More than a decade from the first US Food and Drug Administration (FDA) approval of an immune checkpoint inhibitor (ICI) for treatment of cancer,1 prompt identification and management of immune-related adverse events (IRAEs) remain challenges faced in clinical practice daily. This systematic review and meta-analysis by Farooq and colleagues,2 assesses the risks of neurological adverse events (NAEs) during treatment with ICIs compared with control groups of randomized studies, including placebo and active treatments, such as chemotherapy and targeted therapies.
Since the initial enthusiasm resulting from the long-term efficacy demonstrated by the treatment of metastatic cutaneous melanoma with a monoclonal antibody directed against cytotoxic T lymphocyte–associated molecule-4 ([CTLA-4] ipilimumab),3 diverse ICIs targeting programmed cell death 1 (PD-1; cemiplimab, nivolumab, and pembrolizumab) and programmed cell death ligand 1 (PD-L1; avelumab, atezolizumab, and durvalumab) have been evaluated in clinical trials and subsequently received regulatory FDA approval for the treatment of diverse neoplasms. However, the unique mechanism of action of ICIs also emphasizes the importance of the early identification and adequate management of the toxic effects of this class of drugs, as some of them may be permanent or even fatal.
In this context, IRAEs from cancer treatment have important singularities. First, unlike traditional chemotherapy toxic effects, there is no predictable period of first onset of IRAEs. Although the median onset is usually within 2 to 16 weeks from treatment start, some reports have suggested that toxic effects can development as early as a few days after initiation or even 1 year or longer after its suspension.4-6 Second, different classes of ICIs have particular incidences and predominant system–specific toxic effects. Owing to the greater magnitude of induction of T-cell proliferation and deeper suppression of regulatory T-cell (CD4+ and CD25+) immunosuppressive action, anti–CTLA-4 drugs have higher rates of grades 3 and 4 IRAEs compared with anti–PD-1 drugs (31% and 10%, respectively). In particular, treatment with anti–CTLA-4 antibodies is associated with higher rates of colitis, hypophysitis and rash, while treatment based on anti–PD-1 drugs is expected to cause pneumonitis, hypothyroidism, arthralgia, and vitiligo more frequently.7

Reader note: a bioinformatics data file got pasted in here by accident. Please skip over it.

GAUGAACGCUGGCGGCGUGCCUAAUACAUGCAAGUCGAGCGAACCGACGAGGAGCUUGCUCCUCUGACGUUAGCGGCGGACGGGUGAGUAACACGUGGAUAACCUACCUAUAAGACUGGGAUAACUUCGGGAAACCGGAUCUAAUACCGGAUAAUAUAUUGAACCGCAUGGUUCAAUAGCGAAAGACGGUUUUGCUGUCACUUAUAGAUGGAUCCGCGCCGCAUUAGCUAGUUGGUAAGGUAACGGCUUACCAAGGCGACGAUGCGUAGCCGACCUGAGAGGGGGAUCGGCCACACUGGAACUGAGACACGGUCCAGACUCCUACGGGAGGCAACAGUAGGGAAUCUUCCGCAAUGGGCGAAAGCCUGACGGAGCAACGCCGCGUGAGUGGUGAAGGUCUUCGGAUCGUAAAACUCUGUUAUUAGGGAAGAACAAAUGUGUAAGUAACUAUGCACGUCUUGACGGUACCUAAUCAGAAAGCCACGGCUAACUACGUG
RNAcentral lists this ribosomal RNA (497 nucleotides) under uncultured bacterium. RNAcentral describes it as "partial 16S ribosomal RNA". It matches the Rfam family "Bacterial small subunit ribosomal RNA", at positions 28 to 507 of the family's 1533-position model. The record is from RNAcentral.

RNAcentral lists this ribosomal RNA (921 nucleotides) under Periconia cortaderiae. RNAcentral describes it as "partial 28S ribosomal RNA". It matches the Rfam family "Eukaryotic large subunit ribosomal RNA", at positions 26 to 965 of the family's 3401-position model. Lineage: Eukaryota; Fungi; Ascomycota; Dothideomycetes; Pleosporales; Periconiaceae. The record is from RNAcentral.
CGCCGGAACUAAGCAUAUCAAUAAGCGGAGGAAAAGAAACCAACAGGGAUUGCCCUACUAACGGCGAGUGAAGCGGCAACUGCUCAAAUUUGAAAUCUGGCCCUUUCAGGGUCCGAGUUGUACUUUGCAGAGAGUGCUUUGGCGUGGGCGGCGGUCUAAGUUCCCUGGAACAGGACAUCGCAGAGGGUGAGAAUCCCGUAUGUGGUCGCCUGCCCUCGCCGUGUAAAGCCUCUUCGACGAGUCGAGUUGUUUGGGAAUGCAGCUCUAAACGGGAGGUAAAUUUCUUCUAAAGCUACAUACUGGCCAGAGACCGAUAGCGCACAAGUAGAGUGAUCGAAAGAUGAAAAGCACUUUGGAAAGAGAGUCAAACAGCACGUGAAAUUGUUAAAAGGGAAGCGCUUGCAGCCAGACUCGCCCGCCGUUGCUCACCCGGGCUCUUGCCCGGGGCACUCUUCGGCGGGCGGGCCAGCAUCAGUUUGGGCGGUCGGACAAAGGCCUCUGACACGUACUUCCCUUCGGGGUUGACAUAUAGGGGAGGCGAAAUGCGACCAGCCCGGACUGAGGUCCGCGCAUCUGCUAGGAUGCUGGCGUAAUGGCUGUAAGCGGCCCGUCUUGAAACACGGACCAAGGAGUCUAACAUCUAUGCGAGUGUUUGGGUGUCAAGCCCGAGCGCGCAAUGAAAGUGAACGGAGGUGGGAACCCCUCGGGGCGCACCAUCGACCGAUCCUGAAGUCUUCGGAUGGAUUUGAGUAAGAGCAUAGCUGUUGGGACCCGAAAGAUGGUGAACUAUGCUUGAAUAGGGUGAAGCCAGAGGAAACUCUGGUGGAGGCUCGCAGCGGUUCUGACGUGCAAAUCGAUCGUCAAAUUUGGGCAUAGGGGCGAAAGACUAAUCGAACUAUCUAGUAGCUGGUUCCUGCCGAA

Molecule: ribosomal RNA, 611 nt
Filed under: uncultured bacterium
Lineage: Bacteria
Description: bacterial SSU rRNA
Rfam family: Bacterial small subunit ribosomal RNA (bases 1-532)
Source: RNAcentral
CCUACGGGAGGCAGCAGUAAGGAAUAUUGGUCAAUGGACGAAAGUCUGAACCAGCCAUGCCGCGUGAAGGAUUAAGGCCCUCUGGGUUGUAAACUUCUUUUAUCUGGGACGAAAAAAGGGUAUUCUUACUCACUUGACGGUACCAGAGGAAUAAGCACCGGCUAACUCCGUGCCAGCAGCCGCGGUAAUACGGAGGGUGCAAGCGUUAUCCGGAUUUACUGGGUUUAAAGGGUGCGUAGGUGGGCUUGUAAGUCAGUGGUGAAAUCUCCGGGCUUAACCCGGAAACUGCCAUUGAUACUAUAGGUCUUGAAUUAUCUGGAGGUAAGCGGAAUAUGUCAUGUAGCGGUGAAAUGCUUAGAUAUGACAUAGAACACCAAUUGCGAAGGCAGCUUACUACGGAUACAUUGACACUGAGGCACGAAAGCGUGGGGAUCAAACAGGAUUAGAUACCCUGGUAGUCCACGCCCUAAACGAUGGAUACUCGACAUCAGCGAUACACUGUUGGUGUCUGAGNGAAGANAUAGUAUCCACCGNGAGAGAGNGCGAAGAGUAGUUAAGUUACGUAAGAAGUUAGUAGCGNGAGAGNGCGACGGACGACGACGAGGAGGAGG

Because of the risk of permanent duration and the impact of dose-limiting, neurological toxic effects represent 1 of the most important AEs during treatment with chemotherapy. However, the exact profile, risk factors, and management of neurological IRAEs secondary to treatment with ICIs are still part of a developing body of evidence. In the study conducted by Farooq and colleagues,2 they found that the relative risk (RR) of NAEs was lower during treatment with ICIs (RR, 0.59; 95% CI, 0.45-0.77) compared with control groups of analyzed studies, including both active treatment agents and placebo. Particularly remarkable are the results of the analysis regarding peripheral neuropathy, an NAE of particular interest owing to its dose-cumulative and dose-limiting profile, in which Farooq et al2 reported a clinically relevant lower risk with the use of ICIs compared with the overall control group (RR, 0.30; 95% CI, 0.17-0.51). Farooq and colleagues2 also compared the incidence of NAEs separately with chemotherapy and placebo in the control groups. As some might have expected, chemotherapy treatment was associated with higher rates of NAEs, whereas placebo groups reported lower rates of NAEs than those found in ICI groups.
So, what is the importance of these findings to our clinical practice? The oncology community adopted immunotherapy in clinical practice soon after the first efficacy results were presented. While this represents a very favorable change in paradigm for the treatment of some advanced tumors, we have faced only modest benefits for other tumors. In addition to this, we are experiencing an increasing rate of recommendation of this class of drugs for patients who are elderly, frail, and more severely ill, a population underrepresented in clinical trials and for whom the impact of an IRAE may be even more dangerous than in the general population. The study by Farooq and colleagues2 serves to help us more clearly determine the risks to which we are exposing our patients during treatment with ICIs and to offer more data for our discussions of risk vs benefits with our patients.
Published: April 19, 2022. doi:10.1001/jamanetworkopen.2022.7731
Open Access: This is an open access article distributed under the terms of the CC-BY License. © 2022 Vargas Pivato de Almeida D. JAMA Network Open.
Corresponding Author: Daniel Vargas Pivato de Almeida, MD, Grupo Oncoclínicas, Oncovida – SGAS 915, Ed Advance 2, Rm 112, Asa Sul, Brasília, DF, Brazil 70390-150 (firstname.lastname@example.org).
Conflict of Interest Disclosures: Dr Vargas Pivato de Almeida reported personal fees from Astellas, AstraZeneca, Bayer, Eli Lilly, Janssen-Cilag, and Sanofi-Aventis outside the submitted work.
Vargas Pivato de Almeida D. Neurological Toxic Effects Associated With Treatment With Immune Checkpoint Inhibitors—Are We Really Safer Now? JAMA Netw Open. 2022;5(4):e227731. doi:10.1001/jamanetworkopen.2022.7731
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